Featured image via UsedBook 

 

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Dolly Parton Imagination Library

Dolly Parton Launches Free Book Charity in Ireland

You may know Dolly Parton as a record-breaking country musician (and sequin enthusiast). At age seventy-three, she’s still gorgeous and iconic as ever, making news with her recent appearance in YA adaptation Dumplin’ and her possible BTS collaboration. What you may not know is that she’s been a philanthropist for decades now. Dolly Parton’s Imagination Library (DPIL) is a charity providing free books to children in order to encourage intellectual development and a lifelong love of reading.

 

Dolly Parton Imagination Library Logo

Image Via Oakes Public School District

DPIL has provided over two decades worth of books to deserving children regardless of family income. Founded in 1995, the program mails free, “high-quality” books to children from the moment they leave the womb to the moment they step foot in their first classroom. While the program was initially only available in Sevier County, TN—where our beloved Dolly Parton is from—the charity gained national recognition. By 2003, the program had given children around one million books. The program is now international, operating in Canada, the UK, and Australia. As of today, Dolly’s vivid imagination has brought the Imagination Library to Ireland.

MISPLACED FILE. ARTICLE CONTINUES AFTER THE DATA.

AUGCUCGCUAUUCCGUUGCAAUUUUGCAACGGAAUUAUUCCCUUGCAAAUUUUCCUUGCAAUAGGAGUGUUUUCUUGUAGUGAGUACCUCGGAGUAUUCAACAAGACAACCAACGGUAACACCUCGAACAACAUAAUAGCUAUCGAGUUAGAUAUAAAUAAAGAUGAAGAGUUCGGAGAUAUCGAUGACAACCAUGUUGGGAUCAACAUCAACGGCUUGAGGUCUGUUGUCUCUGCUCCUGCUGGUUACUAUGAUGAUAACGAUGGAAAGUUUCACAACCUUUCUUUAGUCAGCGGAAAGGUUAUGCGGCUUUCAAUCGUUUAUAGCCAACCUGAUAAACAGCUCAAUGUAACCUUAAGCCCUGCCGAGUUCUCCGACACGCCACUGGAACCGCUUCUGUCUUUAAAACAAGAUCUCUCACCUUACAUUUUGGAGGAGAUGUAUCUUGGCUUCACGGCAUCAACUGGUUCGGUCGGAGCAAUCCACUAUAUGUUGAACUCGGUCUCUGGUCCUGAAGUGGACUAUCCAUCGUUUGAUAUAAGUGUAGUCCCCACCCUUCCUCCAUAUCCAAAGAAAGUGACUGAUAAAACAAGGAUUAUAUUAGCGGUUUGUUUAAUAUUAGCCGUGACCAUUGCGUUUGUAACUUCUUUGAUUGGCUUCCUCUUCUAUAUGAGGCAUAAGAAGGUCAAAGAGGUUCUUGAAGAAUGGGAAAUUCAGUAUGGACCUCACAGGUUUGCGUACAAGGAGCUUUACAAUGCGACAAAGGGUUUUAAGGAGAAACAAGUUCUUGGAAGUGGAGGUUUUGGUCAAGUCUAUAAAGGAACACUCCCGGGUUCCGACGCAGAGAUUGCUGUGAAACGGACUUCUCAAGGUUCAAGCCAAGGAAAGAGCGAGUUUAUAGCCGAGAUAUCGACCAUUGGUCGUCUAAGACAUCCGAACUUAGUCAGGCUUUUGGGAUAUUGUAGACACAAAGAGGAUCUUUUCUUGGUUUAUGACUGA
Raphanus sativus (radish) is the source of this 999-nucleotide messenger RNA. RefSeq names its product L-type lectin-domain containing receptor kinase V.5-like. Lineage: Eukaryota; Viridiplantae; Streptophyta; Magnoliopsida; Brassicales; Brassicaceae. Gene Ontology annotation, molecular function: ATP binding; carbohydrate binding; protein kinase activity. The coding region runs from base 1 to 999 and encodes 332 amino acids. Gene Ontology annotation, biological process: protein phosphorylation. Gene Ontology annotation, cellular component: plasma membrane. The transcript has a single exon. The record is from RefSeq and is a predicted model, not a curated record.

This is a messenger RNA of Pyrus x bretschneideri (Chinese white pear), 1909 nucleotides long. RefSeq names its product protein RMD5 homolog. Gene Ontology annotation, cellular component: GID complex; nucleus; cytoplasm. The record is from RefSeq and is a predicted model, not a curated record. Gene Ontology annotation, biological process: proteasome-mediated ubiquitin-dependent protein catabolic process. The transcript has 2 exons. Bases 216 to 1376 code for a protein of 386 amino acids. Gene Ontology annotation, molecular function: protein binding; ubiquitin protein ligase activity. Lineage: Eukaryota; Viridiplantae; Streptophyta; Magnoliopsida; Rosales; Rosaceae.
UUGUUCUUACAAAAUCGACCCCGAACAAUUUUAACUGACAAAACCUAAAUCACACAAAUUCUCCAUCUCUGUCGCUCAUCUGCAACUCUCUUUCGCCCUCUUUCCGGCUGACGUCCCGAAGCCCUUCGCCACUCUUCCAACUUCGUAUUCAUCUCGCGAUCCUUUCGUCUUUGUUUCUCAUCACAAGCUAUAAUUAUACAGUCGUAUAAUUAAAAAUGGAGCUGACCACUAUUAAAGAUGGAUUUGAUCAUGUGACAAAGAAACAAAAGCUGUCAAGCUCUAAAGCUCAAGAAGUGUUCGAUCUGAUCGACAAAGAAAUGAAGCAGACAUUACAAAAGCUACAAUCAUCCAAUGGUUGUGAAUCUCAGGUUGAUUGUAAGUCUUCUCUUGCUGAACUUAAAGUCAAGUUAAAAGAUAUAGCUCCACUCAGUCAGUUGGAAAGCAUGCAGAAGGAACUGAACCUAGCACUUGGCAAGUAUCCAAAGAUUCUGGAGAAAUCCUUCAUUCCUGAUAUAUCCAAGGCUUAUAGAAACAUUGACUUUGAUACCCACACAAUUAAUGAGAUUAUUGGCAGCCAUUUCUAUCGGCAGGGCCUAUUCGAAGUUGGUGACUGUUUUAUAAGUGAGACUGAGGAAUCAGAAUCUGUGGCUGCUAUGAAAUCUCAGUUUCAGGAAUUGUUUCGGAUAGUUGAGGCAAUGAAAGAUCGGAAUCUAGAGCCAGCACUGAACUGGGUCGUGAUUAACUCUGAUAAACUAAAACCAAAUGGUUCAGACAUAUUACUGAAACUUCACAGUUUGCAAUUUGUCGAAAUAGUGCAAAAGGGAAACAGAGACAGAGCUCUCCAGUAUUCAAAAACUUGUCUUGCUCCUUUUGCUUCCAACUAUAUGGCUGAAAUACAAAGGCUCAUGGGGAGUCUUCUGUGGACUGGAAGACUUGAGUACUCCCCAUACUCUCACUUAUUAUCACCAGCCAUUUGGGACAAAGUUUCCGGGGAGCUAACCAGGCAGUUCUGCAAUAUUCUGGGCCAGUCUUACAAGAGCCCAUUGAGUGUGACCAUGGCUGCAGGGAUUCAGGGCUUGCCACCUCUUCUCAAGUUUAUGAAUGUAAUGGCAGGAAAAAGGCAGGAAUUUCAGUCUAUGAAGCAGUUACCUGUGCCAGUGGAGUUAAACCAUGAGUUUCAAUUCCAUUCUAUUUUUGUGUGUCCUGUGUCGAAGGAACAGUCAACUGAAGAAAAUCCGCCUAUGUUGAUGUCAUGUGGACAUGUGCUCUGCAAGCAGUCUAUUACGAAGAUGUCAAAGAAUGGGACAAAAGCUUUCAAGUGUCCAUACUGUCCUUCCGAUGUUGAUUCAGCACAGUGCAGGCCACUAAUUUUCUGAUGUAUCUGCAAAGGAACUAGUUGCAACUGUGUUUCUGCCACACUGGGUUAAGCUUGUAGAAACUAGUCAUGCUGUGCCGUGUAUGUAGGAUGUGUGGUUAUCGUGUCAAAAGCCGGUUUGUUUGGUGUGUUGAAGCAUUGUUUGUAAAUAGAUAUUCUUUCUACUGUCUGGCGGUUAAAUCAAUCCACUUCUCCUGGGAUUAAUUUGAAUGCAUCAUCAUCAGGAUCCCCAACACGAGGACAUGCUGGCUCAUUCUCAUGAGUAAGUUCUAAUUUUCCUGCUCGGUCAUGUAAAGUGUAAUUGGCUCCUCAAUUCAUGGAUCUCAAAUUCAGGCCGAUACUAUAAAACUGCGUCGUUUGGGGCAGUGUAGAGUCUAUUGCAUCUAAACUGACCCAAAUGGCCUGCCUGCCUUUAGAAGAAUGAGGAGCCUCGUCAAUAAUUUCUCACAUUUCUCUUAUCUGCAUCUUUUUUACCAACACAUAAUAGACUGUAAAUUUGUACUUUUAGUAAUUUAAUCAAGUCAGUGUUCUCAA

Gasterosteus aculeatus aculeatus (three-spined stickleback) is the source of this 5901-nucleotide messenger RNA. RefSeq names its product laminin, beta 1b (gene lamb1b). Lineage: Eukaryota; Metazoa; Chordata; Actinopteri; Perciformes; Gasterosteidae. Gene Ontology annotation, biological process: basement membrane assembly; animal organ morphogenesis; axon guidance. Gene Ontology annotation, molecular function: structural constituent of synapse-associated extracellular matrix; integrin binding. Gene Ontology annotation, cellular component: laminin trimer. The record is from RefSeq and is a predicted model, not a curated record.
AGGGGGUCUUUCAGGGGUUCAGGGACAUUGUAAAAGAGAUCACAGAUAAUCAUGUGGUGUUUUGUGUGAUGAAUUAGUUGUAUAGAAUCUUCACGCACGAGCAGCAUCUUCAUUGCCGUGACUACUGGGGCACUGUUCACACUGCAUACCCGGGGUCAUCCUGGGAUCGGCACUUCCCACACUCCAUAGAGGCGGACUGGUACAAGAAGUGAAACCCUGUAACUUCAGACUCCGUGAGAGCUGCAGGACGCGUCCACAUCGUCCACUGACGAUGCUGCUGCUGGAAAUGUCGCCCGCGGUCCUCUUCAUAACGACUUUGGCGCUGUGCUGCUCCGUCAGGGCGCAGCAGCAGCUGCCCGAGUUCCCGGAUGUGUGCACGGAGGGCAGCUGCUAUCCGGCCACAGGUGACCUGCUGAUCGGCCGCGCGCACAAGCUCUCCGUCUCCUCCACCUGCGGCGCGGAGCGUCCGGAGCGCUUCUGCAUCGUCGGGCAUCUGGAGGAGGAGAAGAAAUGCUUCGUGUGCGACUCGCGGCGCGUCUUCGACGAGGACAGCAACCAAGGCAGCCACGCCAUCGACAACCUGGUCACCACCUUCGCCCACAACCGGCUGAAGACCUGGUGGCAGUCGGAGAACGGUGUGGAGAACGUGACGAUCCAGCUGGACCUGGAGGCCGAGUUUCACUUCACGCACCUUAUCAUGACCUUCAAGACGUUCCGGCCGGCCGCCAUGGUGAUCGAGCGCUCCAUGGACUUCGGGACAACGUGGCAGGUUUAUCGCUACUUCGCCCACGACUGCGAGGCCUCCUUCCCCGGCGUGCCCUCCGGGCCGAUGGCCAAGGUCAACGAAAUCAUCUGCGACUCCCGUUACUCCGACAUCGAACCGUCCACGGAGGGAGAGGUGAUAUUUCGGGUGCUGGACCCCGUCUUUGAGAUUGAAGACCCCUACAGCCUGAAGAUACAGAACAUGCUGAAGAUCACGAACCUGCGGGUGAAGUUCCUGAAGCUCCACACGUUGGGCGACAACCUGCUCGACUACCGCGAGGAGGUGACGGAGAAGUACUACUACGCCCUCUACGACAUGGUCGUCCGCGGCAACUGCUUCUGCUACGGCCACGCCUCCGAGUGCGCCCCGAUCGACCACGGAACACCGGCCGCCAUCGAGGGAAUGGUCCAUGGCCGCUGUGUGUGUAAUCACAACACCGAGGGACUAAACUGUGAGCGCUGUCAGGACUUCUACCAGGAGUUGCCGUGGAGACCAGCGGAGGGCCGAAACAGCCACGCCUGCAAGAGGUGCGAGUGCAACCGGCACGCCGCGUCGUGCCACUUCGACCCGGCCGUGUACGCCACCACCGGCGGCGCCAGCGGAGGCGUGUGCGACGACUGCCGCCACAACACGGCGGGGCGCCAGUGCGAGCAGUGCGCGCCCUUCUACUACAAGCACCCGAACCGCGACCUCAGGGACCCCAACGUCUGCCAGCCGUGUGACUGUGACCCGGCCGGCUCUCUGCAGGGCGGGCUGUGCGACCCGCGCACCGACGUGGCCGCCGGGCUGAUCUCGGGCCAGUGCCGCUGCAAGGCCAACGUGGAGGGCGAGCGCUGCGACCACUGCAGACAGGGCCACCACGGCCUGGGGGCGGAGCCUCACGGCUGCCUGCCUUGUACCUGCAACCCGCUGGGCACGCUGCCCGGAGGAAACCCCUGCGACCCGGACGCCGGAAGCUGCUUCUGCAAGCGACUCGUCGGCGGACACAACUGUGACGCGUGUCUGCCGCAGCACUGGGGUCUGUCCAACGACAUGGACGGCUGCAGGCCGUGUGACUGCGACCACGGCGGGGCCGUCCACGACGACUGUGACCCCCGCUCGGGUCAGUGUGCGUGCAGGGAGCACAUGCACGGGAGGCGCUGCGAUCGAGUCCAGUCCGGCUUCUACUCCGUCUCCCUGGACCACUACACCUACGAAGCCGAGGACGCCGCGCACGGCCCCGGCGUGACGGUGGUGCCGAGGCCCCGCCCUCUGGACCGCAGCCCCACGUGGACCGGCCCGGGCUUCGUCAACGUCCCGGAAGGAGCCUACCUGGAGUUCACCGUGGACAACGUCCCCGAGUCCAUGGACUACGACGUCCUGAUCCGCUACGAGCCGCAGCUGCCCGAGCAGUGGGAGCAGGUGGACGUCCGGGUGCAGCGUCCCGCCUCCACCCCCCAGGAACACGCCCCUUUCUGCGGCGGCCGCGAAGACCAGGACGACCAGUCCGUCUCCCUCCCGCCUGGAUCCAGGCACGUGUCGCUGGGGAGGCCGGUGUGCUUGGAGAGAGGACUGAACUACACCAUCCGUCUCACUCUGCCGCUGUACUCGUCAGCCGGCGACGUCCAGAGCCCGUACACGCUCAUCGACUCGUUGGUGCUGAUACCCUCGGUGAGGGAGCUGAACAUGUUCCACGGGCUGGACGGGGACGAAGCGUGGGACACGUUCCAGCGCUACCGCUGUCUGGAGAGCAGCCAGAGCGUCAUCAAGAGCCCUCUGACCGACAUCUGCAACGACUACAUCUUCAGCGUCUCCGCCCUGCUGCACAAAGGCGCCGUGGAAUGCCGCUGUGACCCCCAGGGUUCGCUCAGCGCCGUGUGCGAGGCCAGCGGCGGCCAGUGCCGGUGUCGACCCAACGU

Dolly Parton reads a picture book to a crowd of happy children

Image Via Book Riot

A letter from Dolly Parton herself describes the heartfelt reasons behind her charity’s founding:

Before he passed away, my Daddy told me the Imagination Library was probably the most important thing I had ever done. I can’t tell you how much that meant to me because I created the Imagination Library as a tribute to my Daddy. He was the smartest man I have ever known but I know in my heart his inability to read probably kept him from fulfilling all of his dreams.